Topic Library

Down syndrome

Your guide to Down syndrome.

Woman with Down syndrome working in a grocery store.

A diagnosis of Down syndrome might be overwhelming for some parents, but with the right health care and support from family and community, a person with Down syndrome can achieve their goals like anyone else, and live a fulfilling and enjoyable life.

What is Down syndrome?

Down syndrome is a genetic disorder that occurs when a baby is born with an extra copy of chromosome 21. Most people have 23 pairs of chromosomes in each of their cells (46 in total), but people with Down syndrome have 47 chromosomes in their cells, i.e. they have an extra chromosome 21. This extra copy changes how the baby’s body and brain develop, which may cause intellectual and learning disabilities as well as physical challenges for the person as they grow.

However, it’s important to note that: 

  • Down syndrome is a genetic condition
  • Down syndrome is not an illness or a disease
  • It is a lifelong condition and there’s no cure for it
  • As a genetic disorder, it cannot be prevented and no one is to blame
  • Each person with Down syndrome is a unique individual with their own personality, passions, strengths and weaknesses, just like anyone else
  • They also have their individual needs for support as they go through life.

Learn more about Down syndrome and risk factors for the condition.

How is a test done for Down syndrome?

Most parents expecting a baby are offered non-invasive screening for Down syndrome. However, it’s up to parents as to whether they want to screen or test the baby for Down syndrome — it’s a personal choice. 

If the screening test is positive, parents can choose to conduct a diagnostic test to confirm the condition. At or after birth, parents can opt for chromosome testing, done from a blood sample to confirm or rule out Down syndrome. 

Screening tests for Down syndrome include the Non-invasive prenatal testing (NIPT) and the Combined first trimester screening test (CFTS). While the NIPT is not covered by Medicare or private health insurance, the CFTS is partially rebatable through Medicare.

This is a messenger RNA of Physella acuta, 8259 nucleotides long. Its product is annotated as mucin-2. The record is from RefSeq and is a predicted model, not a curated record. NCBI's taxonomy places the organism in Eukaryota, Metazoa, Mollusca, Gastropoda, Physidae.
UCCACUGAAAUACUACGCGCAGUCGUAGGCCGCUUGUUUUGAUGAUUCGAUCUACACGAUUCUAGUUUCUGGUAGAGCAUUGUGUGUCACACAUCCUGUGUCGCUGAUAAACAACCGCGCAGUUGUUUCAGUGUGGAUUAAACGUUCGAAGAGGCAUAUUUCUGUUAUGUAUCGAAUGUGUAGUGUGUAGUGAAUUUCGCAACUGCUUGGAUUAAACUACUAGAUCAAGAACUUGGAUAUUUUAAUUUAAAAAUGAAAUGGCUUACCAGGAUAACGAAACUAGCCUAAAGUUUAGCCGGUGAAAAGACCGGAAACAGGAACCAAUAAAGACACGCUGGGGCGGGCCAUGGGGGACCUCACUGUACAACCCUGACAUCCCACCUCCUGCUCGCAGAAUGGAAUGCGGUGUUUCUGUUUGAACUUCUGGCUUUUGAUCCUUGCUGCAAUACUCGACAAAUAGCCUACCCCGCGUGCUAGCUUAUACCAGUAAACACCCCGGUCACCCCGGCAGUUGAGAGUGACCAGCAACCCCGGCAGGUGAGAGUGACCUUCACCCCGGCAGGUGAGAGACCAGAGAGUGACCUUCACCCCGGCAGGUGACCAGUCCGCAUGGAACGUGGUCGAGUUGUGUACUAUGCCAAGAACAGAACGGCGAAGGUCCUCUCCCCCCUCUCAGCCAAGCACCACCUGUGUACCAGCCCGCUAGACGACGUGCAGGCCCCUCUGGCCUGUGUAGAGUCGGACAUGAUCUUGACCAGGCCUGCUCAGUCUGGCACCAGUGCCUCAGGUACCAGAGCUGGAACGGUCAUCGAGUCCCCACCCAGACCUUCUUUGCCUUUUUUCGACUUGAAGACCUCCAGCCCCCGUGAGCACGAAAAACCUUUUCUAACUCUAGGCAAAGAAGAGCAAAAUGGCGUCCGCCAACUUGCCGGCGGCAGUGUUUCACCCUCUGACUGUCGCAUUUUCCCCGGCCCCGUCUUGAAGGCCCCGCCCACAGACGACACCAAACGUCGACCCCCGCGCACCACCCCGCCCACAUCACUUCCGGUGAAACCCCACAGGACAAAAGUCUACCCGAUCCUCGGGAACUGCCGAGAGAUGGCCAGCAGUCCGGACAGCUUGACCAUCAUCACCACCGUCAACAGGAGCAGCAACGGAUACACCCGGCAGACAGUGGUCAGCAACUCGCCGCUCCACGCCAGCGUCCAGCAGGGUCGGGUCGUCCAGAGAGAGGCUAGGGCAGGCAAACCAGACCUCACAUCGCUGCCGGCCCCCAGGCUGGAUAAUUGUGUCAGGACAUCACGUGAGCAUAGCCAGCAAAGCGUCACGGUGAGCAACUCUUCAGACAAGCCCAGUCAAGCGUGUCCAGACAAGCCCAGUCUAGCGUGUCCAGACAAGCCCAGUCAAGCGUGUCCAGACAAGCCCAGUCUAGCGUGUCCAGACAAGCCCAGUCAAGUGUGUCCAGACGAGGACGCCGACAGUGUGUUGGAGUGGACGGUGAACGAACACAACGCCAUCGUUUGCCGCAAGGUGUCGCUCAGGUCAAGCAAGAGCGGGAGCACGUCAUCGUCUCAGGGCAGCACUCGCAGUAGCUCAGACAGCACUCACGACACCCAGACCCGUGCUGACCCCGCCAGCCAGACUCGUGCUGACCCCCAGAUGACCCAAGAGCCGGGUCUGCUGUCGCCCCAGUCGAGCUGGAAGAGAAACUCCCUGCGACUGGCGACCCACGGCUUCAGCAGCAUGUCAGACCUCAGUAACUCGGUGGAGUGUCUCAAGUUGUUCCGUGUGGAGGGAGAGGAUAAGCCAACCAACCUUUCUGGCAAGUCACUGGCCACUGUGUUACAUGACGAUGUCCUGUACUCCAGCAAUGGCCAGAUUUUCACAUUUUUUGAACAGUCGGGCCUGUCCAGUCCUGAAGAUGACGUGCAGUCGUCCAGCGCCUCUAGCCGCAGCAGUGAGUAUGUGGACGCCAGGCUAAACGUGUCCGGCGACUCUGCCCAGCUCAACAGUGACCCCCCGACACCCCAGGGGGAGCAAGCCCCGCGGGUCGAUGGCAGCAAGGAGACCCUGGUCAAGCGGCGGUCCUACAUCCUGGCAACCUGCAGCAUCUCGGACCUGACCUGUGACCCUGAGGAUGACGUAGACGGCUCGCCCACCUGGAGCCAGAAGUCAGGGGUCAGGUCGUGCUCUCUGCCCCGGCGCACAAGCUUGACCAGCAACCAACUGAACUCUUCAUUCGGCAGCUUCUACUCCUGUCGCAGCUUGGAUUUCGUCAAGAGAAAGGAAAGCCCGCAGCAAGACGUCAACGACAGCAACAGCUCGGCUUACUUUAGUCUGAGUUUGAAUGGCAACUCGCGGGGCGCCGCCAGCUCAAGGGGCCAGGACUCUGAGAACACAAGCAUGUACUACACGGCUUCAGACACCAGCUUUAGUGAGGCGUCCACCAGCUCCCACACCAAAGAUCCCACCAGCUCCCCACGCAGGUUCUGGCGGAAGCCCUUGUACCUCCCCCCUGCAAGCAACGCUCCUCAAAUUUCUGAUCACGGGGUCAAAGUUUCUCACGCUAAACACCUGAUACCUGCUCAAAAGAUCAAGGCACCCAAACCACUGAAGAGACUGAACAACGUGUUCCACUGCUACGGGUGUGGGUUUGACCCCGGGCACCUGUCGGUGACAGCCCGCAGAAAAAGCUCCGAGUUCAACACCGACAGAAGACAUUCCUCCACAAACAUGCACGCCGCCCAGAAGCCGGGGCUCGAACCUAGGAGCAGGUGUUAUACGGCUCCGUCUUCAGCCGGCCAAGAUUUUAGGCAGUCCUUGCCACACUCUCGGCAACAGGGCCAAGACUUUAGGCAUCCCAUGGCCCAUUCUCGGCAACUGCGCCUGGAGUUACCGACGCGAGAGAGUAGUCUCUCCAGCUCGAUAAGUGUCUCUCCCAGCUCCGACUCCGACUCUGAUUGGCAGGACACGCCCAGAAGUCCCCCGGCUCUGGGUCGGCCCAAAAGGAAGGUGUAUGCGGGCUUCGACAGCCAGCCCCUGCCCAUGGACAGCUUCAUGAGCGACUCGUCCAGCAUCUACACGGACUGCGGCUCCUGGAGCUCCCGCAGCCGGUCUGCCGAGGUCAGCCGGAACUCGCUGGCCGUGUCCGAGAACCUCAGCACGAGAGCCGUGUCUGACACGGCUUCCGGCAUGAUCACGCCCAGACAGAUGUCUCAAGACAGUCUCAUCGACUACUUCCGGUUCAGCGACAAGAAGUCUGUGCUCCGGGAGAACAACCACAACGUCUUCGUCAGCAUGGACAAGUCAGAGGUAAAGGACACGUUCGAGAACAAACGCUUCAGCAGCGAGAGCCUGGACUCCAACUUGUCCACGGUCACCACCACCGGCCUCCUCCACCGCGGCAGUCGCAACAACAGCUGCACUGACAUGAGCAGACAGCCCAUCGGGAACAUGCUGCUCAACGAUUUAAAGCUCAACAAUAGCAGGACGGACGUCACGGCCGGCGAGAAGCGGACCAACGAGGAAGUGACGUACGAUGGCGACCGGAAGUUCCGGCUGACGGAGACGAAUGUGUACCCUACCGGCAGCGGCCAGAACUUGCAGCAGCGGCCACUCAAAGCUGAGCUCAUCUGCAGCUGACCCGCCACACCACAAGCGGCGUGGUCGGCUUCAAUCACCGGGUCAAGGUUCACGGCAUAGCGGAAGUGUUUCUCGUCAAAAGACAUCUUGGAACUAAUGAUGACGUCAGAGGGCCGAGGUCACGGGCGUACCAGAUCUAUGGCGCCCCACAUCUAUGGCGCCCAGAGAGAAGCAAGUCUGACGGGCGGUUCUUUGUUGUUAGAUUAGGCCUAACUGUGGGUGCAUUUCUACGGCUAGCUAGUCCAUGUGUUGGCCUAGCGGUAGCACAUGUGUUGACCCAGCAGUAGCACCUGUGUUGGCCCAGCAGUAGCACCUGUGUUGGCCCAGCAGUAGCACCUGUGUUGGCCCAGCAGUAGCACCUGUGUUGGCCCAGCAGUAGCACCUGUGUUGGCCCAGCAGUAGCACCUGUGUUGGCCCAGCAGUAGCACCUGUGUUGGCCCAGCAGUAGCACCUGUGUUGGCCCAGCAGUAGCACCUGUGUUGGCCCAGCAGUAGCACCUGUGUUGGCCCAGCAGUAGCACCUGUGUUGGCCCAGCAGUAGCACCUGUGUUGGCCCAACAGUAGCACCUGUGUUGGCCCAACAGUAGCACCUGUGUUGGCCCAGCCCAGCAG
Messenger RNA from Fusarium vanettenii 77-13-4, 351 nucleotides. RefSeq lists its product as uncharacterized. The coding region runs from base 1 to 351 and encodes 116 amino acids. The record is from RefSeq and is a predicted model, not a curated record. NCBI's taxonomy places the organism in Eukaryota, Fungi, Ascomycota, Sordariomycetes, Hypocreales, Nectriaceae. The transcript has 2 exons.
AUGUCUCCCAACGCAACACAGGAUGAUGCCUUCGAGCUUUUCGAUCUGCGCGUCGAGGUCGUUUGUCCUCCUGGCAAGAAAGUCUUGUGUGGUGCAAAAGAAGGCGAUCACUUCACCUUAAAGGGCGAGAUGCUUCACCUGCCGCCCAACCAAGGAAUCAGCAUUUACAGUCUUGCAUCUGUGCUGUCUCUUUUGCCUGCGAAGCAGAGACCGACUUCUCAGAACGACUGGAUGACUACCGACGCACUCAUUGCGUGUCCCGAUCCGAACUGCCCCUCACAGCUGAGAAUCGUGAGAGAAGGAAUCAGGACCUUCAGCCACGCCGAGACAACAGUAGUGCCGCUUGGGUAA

Diagnostic tests for Down syndrome are more invasive and carry a slight risk of miscarriage. It’s recommended that you speak to your GP or specialist doctor to confirm whether or not you should get a diagnostic test.

Diagnostic tests include Chorionic Villus Sampling (CVS) and Amniocentesis, and both involve the removal of a small sample of tissue to be tested for the condition.

Learn more about how screening and diagnostic tests are conducted to determine the likelihood of Down syndrome. It’s important to note that both are optional and parents may or may not choose to get these done.

NDIS eligibility for Down syndrome

The NDIS does provide funding for people with Down syndrome. To be eligible for NDIS funding:

  • The person must be aged between 7 and 65
  • The person must live in Australia and be an Australian citizen, a permanent resident, or a Protected Special Category visa holder
  • The person’s disability is caused by a permanent impairment that substantially reduces their functional capacity.

For children under the age of 7, NDIS funding can be accessed through Early Childhood Early Intervention. For those over the age of 7, however, it’s necessary to provide evidence of the impact of the disability on everyday functioning to secure NDIS funding.

Learn more about NDIS eligibility for Down syndrome support. 

Support for Down syndrome: How Mable can help 

Individuals, children or adults, with Down syndrome may experience some health challenges, physically and intellectually. These may include congenital heart disease, intellectual disability or learning difficulties, hearing loss, hypothyroidism, diabetes, Coeliac disease, anxiety and depression, among others.

As they get older, individuals with Down syndrome may develop Alzheimer’s disease, in addition to other ageing-related health issues such as arthritis, osteoporosis and dementia as well.

As a result, different people across a range of age groups need different types of support. Independent support workers on Mable are well experienced in providing support across all aspects of life, whether it’s for a child or an adult.

For children, parents can build a team of support workers on Mable to get support with many aspects of the child’s life, such as engaging in activities for better physical health, skill building (such as playing the guitar or learning the sign language), respite care, support with personal care, and encouraging them to improve their learning and communication capabilities through different activities.

Adults with Down syndrome can also build a team of supports through Mable to help them navigate day to day tasks better and achieve their goals. Support for adults can include cleaning, grocery shopping, managing budgets, finding employment, social participation, staying physically fit, skill building, and much more.

Read more about how engaging a team of support workers can foster a sense of independence and wellbeing for the person and support them to lead a fulfilling and enjoyable life on their own terms.